Teen sex stats shock
April 29, 2005
By Di Caelers
Teen sex may well be the two words guaranteed to get parents
hyperventilating, but for teenagers the issue is a minefield of
confusion and social pressure that leaves them with extremely
tough choices to make.
It's too late - and completely unrealistic - for parents to
pretend it's not happening among their children's group of
friends. The statistics point to the reality: research that is
already two years old showed that in Cape Town nearly a quarter
of 14-year-old schoolboys have had sex.
Five years later, the statistics showed, the majority would be
sexually active .
The specialists say the issue is not
a simple case of saying yes or no to sex; peer pressure is huge,
along with coercive sex being an unfortunate reality in our
The HIV and Aids pandemic complicates
the picture and a candid talk with a group of 15-year-olds
turned up the information that they all knew girls who were
routinely engaging in oral sex - both because they believed it
was safer, and because they didn't consider it "actual sex".
"Sex is sex" is, however, the adamant
response from Carol Bower, executive director of Resources Aimed
at the Prevention of Child Abuse and Neglect (Rapcan), who says
teenagers are making the decision to have sex for three reasons
only - peer pressure, because they're curious, or because they
want to keep a boyfriend (in the case of girls).
There is another, vital level to the
teen sex debate too, according to loveLife chief executive
officer Dr David Harrison, who points out that it is these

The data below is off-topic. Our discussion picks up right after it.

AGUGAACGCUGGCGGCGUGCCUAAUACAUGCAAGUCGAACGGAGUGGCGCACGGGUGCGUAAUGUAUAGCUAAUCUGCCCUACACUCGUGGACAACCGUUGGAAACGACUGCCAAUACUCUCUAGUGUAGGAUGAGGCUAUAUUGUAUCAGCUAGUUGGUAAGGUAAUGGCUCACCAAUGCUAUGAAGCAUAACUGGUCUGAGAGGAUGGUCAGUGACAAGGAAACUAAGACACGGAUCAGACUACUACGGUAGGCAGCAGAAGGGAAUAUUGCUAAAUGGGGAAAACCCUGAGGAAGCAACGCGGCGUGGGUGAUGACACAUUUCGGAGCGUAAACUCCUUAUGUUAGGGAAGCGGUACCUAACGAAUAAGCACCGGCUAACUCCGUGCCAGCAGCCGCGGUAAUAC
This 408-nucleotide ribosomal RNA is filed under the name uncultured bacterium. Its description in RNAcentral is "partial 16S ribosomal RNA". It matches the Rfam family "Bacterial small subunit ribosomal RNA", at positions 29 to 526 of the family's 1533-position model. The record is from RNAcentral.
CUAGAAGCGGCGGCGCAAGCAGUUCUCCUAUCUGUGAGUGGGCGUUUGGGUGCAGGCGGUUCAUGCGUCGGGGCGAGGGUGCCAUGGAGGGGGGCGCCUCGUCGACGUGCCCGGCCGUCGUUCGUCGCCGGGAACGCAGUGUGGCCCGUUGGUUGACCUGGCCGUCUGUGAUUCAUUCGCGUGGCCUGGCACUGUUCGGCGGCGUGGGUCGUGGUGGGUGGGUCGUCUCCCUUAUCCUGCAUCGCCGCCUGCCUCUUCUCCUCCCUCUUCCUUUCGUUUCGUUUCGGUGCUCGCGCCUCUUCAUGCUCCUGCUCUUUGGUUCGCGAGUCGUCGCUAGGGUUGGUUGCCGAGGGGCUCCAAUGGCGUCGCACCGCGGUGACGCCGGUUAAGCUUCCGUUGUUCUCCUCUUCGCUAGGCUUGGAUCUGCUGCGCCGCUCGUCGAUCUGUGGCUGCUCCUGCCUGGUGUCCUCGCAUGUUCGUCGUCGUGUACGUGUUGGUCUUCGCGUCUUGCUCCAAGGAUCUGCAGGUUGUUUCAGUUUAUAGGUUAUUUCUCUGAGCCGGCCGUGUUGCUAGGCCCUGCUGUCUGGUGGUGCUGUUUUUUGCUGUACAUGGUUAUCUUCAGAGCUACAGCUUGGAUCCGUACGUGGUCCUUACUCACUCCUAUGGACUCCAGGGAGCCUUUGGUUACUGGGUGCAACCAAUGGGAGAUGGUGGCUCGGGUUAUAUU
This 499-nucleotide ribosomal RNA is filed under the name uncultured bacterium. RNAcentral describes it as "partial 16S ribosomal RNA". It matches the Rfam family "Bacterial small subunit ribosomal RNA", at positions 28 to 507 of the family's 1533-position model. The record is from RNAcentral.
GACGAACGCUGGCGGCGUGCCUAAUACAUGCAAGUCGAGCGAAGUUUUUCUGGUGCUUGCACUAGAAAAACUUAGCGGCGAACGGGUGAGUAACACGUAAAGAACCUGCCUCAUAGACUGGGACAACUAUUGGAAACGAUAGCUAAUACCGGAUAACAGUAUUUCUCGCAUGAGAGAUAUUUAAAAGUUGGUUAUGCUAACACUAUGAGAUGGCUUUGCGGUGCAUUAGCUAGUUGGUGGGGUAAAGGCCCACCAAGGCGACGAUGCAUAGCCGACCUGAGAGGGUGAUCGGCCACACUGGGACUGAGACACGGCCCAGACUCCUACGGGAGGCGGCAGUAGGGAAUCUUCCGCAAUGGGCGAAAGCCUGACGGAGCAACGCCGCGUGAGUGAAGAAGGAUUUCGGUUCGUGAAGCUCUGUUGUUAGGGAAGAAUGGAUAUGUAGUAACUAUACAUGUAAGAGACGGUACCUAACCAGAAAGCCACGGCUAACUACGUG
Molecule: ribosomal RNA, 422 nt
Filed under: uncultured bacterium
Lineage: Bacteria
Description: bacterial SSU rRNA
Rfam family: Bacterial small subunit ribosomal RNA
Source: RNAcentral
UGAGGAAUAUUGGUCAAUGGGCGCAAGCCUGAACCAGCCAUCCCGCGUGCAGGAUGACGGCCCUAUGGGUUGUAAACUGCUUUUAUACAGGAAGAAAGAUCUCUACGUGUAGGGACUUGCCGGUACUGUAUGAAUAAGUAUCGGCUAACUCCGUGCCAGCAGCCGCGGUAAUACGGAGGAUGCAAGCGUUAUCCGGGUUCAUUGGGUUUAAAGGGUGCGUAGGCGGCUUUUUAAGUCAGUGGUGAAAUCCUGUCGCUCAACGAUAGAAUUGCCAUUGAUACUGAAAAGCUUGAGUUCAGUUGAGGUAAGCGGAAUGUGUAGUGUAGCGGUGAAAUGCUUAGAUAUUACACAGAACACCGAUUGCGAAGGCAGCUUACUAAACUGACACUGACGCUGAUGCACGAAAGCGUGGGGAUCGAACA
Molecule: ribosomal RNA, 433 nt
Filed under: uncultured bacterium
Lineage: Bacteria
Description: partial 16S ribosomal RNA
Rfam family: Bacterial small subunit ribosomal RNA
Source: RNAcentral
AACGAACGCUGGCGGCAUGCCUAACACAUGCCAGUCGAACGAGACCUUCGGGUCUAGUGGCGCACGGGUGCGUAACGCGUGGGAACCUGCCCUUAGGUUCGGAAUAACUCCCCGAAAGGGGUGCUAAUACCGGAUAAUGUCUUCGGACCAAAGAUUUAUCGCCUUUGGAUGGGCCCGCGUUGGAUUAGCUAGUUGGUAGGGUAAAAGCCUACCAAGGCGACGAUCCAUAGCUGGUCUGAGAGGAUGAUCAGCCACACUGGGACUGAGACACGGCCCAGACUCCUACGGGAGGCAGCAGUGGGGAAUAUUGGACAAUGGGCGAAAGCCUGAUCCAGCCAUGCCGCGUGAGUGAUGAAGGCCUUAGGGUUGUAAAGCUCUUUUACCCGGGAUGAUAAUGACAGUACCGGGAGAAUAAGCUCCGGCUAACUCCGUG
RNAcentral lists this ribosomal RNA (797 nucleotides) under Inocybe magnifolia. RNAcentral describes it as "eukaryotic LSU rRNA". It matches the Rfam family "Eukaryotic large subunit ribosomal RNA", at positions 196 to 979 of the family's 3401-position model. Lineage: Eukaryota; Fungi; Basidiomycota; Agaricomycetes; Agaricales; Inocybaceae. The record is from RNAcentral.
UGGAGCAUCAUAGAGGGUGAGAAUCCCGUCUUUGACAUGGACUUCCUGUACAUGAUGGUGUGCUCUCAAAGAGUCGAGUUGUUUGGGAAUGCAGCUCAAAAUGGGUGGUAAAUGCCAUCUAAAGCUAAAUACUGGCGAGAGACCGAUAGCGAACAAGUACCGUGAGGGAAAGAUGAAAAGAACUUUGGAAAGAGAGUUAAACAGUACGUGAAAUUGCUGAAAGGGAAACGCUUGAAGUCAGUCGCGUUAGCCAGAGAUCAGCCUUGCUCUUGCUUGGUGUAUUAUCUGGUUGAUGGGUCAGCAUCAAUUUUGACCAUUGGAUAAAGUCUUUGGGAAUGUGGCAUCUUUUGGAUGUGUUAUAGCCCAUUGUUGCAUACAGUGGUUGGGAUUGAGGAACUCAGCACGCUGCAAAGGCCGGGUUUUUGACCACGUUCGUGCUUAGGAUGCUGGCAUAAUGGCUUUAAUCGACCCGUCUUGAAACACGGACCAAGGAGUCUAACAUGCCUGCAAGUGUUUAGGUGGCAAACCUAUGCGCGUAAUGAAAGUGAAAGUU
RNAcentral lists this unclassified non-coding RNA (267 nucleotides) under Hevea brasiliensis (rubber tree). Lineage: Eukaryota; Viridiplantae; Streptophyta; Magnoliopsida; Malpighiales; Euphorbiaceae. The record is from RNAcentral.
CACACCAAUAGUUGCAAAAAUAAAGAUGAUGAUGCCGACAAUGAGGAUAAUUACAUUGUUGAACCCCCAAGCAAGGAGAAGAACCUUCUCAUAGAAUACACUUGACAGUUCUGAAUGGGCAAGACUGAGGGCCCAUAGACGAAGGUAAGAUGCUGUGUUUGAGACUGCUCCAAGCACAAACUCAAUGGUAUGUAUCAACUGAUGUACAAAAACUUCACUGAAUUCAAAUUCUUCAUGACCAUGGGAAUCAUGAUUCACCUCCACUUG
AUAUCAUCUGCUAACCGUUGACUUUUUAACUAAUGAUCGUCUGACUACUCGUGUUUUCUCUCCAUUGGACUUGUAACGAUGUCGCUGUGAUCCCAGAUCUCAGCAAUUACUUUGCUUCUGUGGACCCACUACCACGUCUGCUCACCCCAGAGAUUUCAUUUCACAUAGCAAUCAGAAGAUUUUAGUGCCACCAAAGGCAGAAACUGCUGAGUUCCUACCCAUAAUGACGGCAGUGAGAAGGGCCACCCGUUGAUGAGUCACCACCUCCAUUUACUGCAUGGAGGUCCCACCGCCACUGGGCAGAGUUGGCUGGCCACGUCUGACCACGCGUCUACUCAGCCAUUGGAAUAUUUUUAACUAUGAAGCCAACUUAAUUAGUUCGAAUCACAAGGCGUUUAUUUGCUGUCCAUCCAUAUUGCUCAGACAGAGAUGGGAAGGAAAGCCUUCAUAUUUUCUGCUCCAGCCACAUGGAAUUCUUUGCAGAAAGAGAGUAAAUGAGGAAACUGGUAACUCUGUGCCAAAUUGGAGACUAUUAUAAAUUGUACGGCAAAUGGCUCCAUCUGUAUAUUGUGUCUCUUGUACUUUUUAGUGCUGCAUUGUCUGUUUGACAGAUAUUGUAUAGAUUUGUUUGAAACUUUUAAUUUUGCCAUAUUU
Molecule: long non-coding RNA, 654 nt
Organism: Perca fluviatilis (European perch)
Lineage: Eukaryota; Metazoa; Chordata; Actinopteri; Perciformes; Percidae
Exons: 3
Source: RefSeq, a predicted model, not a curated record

youngsters who hold the key to turning around South Africa's HIV
He said that "real opportunity"
rested in the fact that less than one-fifth of 15-year-olds in
South Africa were HIV-positive.
"If they were to grow up largely
uninfected, the overall incidence of HIV would be halved by
2010, and prevalence would steadily decline over the next 15
years," Harrison said.
He listed six "big drivers to early
sex in South Africa":
Sex for money
Lack of communication by parents
The most up-to-date research on the
issue of teen sex in Cape Town, by Professor Alan Flisher, head
of the University of Cape Town's department of psychiatry and
mental health, prompted calls for intervention programmes to
start in primary school, in the light of results that showed
that by 14, nearly 24% of boys and 5.5% of girls had had sex.
By 19, the 2003 research found, the
proportions went up to 72% for boys and 58% for girls.
The pupils canvassed were in Grades 8
and 11, from 39 high schools, and researchers found between
these grades a sharp increase in the number of pupils having
"For each grade, a significantly
higher proportion of males had experienced sexual intercourse,"
they said at that time.
A total of 23.4% reported having had
sex by 14. The figure jumped to 34.5% by age 15, to 45.9% by 16,
53.7% at 17, 58.3% by 18 and nearly 70% by the age of 20.
Among girls, Flisher's research
showed a significant increase in sexual activity between the
ages of 14 and 15. At 14, 5.5% of girls said they had had sex.
Just a year older, that figure was up to 14%. By 18, just under
half the girls had had sex.
South African teens who believe oral
sex is safer are not alone either; a study from the United
States released earlier this month found that one in five US
teenagers said they had engaged in oral sex.
The survey of 580 children with an
average age of 14 found that 20% said they had engaged in oral
sex, compared to 14% who said that they had had sexual